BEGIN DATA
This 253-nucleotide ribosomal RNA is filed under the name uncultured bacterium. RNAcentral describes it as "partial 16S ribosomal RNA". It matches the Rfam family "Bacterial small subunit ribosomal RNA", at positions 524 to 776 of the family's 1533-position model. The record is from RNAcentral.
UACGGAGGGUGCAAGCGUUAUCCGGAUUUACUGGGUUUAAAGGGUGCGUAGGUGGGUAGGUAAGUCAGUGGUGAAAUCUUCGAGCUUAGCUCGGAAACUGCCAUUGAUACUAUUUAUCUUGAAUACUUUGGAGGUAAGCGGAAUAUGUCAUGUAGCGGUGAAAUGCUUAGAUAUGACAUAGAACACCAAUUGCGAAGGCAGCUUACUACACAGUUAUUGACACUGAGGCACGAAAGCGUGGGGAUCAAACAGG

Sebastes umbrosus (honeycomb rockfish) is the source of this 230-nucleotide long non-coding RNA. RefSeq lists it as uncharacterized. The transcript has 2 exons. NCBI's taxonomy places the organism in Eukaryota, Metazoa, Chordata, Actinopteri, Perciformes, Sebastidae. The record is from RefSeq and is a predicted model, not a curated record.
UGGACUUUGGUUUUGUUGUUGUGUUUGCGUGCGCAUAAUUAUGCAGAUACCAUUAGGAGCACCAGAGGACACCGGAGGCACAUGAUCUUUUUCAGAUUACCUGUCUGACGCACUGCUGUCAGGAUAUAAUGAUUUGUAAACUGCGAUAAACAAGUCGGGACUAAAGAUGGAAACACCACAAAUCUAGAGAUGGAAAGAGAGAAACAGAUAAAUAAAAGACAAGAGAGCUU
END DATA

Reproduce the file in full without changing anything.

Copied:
This 253-nucleotide ribosomal RNA is filed under the name uncultured bacterium. RNAcentral describes it as "partial 16S ribosomal RNA". It matches the Rfam family "Bacterial small subunit ribosomal RNA", at positions 524 to 776 of the family's 1533-position model. The record is from RNAcentral.
UACGGAGGGUGCAAGCGUUAUCCGGAUUUACUGGGUUUAAAGGGUGCGUAGGUGGGUAGGUAAGUCAGUGGUGAAAUCUUCGAGCUUAGCUCGGAAACUGCCAUUGAUACUAUUUAUCUUGAAUACUUUGGAGGUAAGCGGAAUAUGUCAUGUAGCGGUGAAAUGCUUAGAUAUGACAUAGAACACCAAUUGCGAAGGCAGCUUACUACACAGUUAUUGACACUGAGGCACGAAAGCGUGGGGAUCAAACAGG

Sebastes umbrosus (honeycomb rockfish) is the source of this 230-nucleotide long non-coding RNA. RefSeq lists it as uncharacterized. The transcript has 2 exons. NCBI's taxonomy places the organism in Eukaryota, Metazoa, Chordata, Actinopteri, Perciformes, Sebastidae. The record is from RefSeq and is a predicted model, not a curated record.
UGGACUUUGGUUUUGUUGUUGUGUUUGCGUGCGCAUAAUUAUGCAGAUACCAUUAGGAGCACCAGAGGACACCGGAGGCACAUGAUCUUUUUCAGAUUACCUGUCUGACGCACUGCUGUCAGGAUAUAAUGAUUUGUAAACUGCGAUAAACAAGUCGGGACUAAAGAUGGAAACACCACAAAUCUAGAGAUGGAAAGAGAGAAACAGAUAAAUAAAAGACAAGAGAGCUU